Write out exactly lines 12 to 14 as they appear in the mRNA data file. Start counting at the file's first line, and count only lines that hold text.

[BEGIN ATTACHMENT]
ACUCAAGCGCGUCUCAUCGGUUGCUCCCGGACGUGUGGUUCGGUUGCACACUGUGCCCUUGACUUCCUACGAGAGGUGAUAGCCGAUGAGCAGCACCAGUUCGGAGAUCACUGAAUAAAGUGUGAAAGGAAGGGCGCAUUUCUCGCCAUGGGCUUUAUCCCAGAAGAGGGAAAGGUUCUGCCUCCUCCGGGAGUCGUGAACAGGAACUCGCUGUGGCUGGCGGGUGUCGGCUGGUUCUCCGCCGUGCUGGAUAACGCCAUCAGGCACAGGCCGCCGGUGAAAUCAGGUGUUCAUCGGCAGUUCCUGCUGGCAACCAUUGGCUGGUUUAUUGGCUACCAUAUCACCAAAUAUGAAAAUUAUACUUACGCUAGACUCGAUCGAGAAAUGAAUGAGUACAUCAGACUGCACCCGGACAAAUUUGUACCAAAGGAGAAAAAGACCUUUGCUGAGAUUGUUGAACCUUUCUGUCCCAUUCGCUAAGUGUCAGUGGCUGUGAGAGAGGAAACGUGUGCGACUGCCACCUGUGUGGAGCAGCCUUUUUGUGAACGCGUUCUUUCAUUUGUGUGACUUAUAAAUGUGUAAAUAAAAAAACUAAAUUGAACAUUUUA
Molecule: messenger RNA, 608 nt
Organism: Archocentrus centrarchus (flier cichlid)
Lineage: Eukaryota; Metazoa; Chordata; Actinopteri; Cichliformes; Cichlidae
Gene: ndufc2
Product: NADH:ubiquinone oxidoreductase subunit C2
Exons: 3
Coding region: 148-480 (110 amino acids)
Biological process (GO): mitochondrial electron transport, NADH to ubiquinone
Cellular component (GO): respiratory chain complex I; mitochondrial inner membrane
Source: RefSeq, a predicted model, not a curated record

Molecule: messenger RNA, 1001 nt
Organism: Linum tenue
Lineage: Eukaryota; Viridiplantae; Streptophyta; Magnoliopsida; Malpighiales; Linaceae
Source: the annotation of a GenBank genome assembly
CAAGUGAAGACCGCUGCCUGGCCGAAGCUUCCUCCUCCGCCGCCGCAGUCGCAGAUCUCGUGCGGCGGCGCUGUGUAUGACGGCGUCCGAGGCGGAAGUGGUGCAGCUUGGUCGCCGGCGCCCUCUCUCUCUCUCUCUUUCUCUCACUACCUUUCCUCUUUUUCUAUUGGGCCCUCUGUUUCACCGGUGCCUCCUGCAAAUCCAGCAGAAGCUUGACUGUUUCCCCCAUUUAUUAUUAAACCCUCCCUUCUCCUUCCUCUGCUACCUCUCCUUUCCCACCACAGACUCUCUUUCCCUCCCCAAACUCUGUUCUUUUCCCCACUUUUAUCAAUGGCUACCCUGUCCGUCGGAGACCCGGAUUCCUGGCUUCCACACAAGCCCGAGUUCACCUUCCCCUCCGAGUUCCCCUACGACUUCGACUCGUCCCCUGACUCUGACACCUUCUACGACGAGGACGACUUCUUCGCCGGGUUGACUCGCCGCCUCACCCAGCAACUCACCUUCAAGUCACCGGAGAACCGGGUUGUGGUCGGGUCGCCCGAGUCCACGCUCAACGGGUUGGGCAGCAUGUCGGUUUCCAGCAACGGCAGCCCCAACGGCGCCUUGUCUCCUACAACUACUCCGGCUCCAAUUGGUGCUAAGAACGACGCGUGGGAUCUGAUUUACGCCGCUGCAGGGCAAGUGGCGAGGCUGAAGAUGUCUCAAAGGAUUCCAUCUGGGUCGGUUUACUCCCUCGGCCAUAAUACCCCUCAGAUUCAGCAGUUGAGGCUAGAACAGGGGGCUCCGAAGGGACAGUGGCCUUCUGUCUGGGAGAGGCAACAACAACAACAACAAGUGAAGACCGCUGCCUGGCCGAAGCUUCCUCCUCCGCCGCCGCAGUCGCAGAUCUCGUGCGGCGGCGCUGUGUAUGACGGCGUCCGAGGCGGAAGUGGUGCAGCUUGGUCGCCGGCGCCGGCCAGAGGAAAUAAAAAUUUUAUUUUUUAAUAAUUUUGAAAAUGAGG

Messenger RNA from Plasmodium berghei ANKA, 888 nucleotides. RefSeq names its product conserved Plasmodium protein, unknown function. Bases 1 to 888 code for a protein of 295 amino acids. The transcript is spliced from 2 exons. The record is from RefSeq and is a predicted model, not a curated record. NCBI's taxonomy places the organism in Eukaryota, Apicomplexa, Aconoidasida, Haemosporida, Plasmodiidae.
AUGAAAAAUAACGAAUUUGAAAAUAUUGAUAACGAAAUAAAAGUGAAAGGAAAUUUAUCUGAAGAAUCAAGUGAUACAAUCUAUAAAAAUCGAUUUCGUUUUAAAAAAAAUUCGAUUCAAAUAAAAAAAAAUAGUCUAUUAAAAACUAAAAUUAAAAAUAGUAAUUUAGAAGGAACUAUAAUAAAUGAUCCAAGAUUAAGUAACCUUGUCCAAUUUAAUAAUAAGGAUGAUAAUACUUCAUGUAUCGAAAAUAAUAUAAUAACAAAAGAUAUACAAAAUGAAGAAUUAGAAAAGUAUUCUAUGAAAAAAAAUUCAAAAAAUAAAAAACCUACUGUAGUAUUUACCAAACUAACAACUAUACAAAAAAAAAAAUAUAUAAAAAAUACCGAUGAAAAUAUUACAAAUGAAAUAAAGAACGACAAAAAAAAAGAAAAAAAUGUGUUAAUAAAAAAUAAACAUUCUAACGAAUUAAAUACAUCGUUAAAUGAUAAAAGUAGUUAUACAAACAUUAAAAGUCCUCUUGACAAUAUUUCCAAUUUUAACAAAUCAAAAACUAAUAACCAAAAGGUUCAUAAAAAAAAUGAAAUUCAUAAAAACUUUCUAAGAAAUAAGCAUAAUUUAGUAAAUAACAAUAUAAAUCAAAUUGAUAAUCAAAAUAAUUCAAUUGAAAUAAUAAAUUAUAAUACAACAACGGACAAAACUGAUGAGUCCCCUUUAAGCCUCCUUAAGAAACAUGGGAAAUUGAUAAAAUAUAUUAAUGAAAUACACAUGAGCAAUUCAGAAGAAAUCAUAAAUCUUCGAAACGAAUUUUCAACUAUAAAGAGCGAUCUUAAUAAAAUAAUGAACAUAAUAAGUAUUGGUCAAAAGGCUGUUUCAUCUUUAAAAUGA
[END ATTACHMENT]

Molecule: messenger RNA, 1001 nt
Organism: Linum tenue
Lineage: Eukaryota; Viridiplantae; Streptophyta; Magnoliopsida; Malpighiales; Linaceae